Engaging Challenge

Winnipeg Free Press, February 9, 2013 | Go to article overview

Engaging Challenge


Ensuring employees have positive approach a key job

While the last few years have found baby-boomer retirement issues holding top priority, the latest human resource surveys are showing that employee engagement is now taking over the primary lead. In fact, one survey reports that 94 per cent of survey participants indicated that employee engagement was the most important workforce challenge they were currently facing.

Yet, what is employee engagement and why are HR managers so concerned? Employee engagement refers to whether or not employees have a positive or negative approach to their work and to whether or not employees are willing and/or not willing to perform at their best in ways that further benefit their employer.

The reason HR managers are concerned about employee engagement is that engaged employees are known to make a strong impact on business success from a profitability point of view and also contribute to a positive work culture.

At the same time, human resource professionals know that a focus on employee engagement has a spillover effect in that other human resource functions such as performance management, employee recognition and employee retention seem to improve. As well, those organizations that track employee engagement scores are also discovering that their managers are much more effective in developing, providing feedback, recognizing and rewarding their employees.

This is good news from two points of view. First, it confirms that leadership styles have transitioned from an autocratic authoritarian style to one of collaboration, coaching and mentoring of employees. Secondly, it is finally giving credence to the fact that employee reward and recognition programs are not simply that annual warm and fuzzy "must have" event but do indeed have real return on investment for a business.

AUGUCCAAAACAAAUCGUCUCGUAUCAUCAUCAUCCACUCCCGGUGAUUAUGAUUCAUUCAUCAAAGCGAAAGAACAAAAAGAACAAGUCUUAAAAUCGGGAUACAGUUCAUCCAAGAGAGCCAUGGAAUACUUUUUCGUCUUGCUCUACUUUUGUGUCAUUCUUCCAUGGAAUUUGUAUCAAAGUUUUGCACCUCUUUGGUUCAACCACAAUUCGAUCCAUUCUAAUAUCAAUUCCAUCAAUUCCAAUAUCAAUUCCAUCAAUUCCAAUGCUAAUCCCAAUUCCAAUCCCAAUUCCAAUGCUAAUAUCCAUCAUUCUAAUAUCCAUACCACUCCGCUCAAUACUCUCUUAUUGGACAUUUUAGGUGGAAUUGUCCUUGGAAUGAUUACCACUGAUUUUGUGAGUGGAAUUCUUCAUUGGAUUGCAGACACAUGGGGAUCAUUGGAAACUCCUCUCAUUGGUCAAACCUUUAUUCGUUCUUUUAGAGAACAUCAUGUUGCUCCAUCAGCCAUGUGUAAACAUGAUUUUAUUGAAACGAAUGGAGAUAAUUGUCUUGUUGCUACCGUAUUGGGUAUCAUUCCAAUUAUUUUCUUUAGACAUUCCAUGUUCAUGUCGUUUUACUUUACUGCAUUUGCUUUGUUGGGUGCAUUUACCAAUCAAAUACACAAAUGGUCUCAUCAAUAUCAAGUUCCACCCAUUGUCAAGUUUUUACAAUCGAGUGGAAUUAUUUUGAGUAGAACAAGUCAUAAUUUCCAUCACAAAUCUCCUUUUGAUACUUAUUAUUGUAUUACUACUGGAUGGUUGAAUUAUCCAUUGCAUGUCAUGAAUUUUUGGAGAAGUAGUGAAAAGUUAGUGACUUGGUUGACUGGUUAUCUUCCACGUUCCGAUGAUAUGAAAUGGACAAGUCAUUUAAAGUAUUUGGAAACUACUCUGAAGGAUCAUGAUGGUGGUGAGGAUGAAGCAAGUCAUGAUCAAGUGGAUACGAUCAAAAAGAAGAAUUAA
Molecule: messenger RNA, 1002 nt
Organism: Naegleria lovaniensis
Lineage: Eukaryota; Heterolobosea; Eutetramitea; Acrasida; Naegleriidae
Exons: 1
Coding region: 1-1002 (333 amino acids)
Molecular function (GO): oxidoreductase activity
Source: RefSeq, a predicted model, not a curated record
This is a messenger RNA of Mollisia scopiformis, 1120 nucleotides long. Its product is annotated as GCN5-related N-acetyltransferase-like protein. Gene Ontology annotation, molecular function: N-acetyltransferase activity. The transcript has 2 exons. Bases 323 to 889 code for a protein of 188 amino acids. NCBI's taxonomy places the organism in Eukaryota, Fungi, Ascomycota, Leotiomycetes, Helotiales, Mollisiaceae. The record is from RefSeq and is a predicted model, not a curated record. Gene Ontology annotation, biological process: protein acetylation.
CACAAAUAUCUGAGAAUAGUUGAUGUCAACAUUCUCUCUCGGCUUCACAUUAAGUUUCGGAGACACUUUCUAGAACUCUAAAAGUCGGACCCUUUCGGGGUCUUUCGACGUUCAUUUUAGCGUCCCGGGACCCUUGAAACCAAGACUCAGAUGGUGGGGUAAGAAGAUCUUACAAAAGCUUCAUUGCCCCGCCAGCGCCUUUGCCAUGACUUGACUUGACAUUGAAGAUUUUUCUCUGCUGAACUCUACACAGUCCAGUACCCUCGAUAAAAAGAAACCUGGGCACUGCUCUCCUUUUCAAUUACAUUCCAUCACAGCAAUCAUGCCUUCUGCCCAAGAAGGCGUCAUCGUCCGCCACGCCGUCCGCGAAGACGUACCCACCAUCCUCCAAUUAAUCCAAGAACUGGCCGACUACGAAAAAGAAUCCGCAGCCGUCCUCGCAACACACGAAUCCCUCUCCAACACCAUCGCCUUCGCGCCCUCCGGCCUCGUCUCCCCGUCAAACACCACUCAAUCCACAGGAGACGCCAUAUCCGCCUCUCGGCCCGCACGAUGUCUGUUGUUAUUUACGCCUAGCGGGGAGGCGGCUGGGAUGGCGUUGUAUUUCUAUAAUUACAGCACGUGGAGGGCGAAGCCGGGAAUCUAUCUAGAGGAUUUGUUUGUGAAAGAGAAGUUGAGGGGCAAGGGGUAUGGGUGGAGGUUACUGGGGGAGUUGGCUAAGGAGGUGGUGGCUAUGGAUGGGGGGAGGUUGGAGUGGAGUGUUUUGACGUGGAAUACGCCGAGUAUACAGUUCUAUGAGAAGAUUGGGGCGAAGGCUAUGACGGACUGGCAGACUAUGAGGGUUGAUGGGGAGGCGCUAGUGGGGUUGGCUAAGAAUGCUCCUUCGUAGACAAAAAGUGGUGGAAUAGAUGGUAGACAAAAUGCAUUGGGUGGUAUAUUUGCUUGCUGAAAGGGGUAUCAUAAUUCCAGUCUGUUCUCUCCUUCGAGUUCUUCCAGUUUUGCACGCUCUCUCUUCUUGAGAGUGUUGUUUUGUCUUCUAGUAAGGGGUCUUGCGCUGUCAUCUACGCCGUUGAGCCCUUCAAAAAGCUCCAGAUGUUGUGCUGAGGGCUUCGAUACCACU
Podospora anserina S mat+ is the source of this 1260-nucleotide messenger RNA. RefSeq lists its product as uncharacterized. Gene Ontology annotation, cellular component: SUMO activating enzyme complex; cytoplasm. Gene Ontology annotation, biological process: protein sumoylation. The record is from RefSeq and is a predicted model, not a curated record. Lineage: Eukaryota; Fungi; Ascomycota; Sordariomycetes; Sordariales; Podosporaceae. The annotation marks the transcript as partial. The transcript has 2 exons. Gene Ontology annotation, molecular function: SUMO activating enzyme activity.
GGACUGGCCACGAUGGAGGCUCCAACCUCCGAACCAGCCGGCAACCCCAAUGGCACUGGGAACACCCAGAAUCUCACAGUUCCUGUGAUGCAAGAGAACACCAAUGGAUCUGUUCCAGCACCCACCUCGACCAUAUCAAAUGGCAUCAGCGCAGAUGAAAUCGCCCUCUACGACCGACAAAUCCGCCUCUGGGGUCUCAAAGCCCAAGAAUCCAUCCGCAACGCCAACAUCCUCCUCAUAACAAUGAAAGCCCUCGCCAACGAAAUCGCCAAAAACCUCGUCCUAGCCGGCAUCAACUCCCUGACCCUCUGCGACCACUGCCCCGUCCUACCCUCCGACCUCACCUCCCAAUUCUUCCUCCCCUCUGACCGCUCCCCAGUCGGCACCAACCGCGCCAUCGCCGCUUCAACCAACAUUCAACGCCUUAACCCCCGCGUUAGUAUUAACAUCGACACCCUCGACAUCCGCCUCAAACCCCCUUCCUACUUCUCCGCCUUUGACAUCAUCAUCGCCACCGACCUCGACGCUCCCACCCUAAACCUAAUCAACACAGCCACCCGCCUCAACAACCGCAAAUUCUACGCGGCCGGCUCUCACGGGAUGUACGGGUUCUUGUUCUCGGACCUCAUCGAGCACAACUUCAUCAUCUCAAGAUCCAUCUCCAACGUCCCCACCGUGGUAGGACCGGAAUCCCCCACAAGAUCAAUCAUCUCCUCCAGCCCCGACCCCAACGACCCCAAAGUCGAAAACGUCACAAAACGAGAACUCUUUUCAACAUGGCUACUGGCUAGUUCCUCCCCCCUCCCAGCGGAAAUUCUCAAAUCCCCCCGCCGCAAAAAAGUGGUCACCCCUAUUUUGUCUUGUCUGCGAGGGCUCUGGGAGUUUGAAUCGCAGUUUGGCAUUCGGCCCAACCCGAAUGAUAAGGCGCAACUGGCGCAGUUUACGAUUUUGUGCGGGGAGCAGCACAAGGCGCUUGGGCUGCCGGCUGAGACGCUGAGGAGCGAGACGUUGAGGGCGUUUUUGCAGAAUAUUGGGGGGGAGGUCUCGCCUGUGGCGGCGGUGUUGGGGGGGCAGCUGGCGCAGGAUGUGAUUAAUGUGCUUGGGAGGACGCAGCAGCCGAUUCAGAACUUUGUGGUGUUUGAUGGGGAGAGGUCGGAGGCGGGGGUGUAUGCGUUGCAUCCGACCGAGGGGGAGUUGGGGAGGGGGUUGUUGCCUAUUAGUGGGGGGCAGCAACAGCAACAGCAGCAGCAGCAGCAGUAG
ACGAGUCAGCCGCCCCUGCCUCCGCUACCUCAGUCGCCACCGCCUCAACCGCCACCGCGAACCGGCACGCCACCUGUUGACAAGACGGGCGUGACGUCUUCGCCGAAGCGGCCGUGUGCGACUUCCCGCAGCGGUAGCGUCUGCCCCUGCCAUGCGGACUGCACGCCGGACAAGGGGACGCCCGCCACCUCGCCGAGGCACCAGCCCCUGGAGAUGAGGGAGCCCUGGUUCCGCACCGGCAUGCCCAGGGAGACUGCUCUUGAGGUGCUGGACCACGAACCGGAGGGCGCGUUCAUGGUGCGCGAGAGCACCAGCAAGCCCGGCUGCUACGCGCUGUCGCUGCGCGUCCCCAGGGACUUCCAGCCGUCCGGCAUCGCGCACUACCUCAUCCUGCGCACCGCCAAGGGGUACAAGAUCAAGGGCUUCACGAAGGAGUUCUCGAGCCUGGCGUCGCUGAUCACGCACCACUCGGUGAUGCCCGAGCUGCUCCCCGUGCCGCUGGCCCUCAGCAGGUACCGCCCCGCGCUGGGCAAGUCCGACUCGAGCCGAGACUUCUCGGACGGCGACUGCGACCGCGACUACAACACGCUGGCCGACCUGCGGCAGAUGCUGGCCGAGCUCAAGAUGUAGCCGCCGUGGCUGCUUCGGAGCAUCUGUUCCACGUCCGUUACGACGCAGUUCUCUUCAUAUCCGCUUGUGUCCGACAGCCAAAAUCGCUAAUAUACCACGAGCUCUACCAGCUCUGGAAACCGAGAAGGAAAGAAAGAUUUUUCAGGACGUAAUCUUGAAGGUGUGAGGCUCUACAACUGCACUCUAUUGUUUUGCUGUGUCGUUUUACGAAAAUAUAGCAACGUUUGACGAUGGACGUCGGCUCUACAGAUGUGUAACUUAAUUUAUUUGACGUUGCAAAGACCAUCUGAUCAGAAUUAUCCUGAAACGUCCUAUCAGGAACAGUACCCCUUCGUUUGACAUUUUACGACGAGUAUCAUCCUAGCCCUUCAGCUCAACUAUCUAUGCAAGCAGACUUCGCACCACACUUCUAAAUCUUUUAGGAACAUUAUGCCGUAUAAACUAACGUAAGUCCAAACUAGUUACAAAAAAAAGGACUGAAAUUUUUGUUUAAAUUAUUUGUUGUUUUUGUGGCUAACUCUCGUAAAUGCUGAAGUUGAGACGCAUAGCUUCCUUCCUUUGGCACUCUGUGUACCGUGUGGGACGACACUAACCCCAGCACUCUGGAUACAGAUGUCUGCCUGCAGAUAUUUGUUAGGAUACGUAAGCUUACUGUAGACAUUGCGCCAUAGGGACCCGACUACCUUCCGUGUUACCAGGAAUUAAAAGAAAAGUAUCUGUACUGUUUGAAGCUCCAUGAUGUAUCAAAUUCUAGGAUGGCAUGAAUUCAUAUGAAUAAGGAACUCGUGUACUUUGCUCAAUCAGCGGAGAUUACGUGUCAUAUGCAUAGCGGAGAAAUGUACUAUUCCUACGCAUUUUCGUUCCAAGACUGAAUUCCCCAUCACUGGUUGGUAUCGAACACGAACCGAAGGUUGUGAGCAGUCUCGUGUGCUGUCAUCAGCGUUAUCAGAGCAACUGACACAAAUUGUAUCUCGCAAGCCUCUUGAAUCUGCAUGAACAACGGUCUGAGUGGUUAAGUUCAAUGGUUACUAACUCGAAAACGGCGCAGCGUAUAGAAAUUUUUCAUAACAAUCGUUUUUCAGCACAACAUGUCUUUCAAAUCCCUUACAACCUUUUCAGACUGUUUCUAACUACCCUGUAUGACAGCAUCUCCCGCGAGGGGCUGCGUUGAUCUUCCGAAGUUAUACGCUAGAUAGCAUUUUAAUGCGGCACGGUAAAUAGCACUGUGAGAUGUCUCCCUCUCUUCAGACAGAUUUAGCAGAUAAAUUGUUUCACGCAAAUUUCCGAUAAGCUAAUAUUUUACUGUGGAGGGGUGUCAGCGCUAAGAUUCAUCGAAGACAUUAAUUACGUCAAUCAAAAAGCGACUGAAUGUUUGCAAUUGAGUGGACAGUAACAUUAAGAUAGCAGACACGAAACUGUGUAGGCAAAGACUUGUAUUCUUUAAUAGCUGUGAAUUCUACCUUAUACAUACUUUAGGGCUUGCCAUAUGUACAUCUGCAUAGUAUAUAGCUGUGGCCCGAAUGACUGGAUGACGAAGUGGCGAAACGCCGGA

If you really think about it, a fully engaged workforce that outperforms other work groups will essentially become your competitive advantage. And, if employee reward and recognition programs have proven to be a big part of successful employee engagement, then it makes sense to strategically implement a reward and recognition program. This program will become a set of guiding principles that will ensure all forms of your rewards and recognition are in alignment with your business strategy. The following steps to implementation will ensure an effective contribution to your employee engagement.

Secure leadership commitment -- a reward and recognition program must be supported not only by a CEO/president but also by all the executives and managers in a company. Appoint a program champion to oversee the design, development and implementation.

Link rewards to business strategy -- your program must be connected to both the needs and expectations of your workforce as well as to the organizational goals and objectives. Incorporate your company values and goals into the program so that your messages are consistent and employees understand what behaviours are important.

Make the program fair and inclusive -- a reward and recognition program must be able to impact and motivate all of your employees, not just a set of top performers. This now includes consideration for the interests and needs of the various generations of workers in your organization. Establish your selection criteria so that "justice for all" is perceived by your employees which in turn will help to develop trust in your program.

Design for meaning -- consider conducting an employee survey to identify personal interests and suggestions for what would be appreciated in a reward or recognition program.

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